Price struggle continues for pork industry

Price struggle continues for pork industry


Sheep National
TOUGH TIME: Pork producers met in Tanunda on Friday for a SA pig industry update. High pigmeat volumes on the market mean have kept returns low, according to Australian Pork Limited.

TOUGH TIME: Pork producers met in Tanunda on Friday for a SA pig industry update. High pigmeat volumes on the market mean have kept returns low, according to Australian Pork Limited.

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THE huge volume of pig meat available to the market is keeping returns low for producers but Australian Pork Limited believes prices have bottomed out.

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THE huge volume of pigmeat available to the market is keeping returns low for local producers but Australian Pork Limited believes prices have bottomed out.

Speaking at a pig industry update meeting held at Tanunda on Friday, APL marketing development manager Peter Smith said in December last year, when conditions were fairly rosy for producers, the amount of pigs being slaughtered had risen 2.5 per cent on the previous year, and the volume of pigmeat being produced rose 3.2pc. But by the end of June this year, the percentages had risen even higher, with slaughtering up 3.2pc and volumes up 5.2pc.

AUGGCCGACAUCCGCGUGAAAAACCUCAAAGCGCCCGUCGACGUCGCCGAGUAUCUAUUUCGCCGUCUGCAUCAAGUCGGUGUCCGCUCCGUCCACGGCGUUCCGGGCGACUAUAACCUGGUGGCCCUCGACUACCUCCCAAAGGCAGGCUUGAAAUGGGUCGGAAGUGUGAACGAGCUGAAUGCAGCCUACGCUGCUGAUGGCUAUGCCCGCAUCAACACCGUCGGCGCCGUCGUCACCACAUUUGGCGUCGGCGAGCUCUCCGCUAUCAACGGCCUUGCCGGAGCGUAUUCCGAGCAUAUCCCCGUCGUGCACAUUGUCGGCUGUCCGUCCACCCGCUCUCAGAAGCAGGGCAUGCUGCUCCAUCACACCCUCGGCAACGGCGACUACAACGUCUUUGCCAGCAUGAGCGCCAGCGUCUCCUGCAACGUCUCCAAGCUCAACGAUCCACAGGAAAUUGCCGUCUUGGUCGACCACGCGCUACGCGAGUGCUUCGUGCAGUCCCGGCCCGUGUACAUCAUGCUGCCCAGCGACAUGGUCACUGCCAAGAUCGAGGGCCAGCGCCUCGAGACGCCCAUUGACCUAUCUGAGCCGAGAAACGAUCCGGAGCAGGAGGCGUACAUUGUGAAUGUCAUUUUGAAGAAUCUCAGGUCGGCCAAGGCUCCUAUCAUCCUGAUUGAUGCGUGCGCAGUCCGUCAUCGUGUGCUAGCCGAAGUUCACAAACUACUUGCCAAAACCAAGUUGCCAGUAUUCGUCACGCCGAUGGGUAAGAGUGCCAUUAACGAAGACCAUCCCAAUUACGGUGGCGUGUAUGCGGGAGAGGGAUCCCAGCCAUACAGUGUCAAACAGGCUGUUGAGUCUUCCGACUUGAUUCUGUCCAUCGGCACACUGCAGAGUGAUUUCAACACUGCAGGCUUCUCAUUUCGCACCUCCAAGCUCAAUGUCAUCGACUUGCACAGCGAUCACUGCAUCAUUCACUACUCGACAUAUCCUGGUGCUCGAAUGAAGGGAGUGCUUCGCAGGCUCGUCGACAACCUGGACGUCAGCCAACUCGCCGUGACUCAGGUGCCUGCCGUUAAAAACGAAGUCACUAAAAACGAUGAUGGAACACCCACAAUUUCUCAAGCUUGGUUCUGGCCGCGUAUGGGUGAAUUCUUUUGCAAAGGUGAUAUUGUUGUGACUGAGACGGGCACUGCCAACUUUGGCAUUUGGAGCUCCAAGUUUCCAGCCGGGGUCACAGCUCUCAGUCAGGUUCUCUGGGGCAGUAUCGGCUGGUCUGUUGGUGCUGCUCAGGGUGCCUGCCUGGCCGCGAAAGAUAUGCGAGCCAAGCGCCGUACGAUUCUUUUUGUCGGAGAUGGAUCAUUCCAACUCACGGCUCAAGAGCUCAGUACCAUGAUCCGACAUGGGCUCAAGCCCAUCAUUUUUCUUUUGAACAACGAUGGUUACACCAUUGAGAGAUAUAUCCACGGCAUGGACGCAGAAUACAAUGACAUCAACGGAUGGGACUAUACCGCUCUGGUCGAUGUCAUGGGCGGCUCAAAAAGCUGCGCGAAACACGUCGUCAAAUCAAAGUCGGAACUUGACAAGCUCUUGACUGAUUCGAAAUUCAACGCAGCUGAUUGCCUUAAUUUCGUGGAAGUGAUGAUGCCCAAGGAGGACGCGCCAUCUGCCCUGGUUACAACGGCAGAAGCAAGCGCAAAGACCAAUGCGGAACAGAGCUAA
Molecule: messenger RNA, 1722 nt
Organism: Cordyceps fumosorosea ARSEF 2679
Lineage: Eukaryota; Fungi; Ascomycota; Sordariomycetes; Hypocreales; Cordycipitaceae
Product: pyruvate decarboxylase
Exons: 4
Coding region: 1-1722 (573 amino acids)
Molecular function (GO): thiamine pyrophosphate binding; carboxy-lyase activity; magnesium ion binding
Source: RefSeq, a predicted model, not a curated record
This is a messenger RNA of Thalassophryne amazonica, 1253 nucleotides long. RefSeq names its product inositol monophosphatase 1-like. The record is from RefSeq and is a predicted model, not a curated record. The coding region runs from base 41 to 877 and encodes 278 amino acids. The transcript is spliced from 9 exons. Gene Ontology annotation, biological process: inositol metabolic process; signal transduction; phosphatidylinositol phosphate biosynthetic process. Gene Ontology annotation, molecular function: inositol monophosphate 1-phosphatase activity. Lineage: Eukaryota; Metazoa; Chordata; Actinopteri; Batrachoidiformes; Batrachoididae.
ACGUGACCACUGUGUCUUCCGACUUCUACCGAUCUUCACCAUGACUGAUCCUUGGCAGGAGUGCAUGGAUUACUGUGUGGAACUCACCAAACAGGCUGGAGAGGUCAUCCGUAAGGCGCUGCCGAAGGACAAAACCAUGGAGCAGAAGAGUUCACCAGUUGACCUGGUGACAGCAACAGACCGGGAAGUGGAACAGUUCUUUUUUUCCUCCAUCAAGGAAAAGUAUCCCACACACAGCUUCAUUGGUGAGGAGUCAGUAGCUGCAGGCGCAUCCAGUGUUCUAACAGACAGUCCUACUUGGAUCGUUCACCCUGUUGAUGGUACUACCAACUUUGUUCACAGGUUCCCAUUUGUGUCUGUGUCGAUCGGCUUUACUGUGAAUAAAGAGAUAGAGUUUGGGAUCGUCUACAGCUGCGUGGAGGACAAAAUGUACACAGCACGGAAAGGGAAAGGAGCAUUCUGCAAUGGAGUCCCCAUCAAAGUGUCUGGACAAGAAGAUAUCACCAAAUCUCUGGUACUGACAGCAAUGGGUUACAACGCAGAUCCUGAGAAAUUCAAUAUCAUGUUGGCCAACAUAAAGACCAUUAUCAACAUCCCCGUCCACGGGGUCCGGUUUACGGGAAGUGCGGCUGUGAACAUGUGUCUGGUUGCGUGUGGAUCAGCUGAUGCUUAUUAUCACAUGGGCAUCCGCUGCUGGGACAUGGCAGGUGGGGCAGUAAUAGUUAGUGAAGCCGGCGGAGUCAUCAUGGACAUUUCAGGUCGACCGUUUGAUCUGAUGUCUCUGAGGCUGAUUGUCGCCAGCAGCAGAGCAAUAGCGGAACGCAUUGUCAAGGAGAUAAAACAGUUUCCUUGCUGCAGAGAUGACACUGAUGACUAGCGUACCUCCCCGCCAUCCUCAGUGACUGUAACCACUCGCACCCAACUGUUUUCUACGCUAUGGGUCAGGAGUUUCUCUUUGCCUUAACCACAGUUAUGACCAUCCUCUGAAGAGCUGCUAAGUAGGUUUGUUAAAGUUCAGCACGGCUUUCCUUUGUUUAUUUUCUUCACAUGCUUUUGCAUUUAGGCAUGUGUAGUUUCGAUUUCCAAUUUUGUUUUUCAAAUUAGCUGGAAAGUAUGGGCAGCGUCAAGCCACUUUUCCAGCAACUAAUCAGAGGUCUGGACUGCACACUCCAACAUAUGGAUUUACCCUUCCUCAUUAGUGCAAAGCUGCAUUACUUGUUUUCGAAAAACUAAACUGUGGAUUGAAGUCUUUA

“If you look at the amount of pigmeat produced in June this year, compared to June last year, it’s up 7pc, so there’s a lot of meat out there,” he said.

“The average slaughter weight for SA is sitting at about 80 kilograms, compared to 76kg last year, so we’re not only killing more pigs, but there’s a lot more meat to get rid of in the process.”

Mr Smith said prices seemed to have stabilised recently, with the national average baconer price at $2.78/kg. But, he said some producers were still reporting prices as low as $1.80/kg.

“One positive is that some people are telling me the pigmeat in freezers is starting to tighten up,” he said. “But a negative is that penalties are being more strictly applied on pigs that are out of spec.”

Mr Smith said while consumption of pork was growing, at 10.9kg per capita, unfortunately the weights in Australian pigs were growing at a higher rate than demand.

“Retail prices for pork have fallen, they are about $11/kg and they were about $12/kg,” he said.

“Retailers are using pork to draw in business, because they don’t have any room for specials on beef and lamb.”

APL is undertaking a range of campaigns to help the industry, including YouTube videos featuring chefs talking about the poor quality of imported pork ribs. 

Mr Smith said while in the past advertising had been directed at top-end chefs, initiatives such as advertising with the Hog’s Breath chain targeted volume markets.

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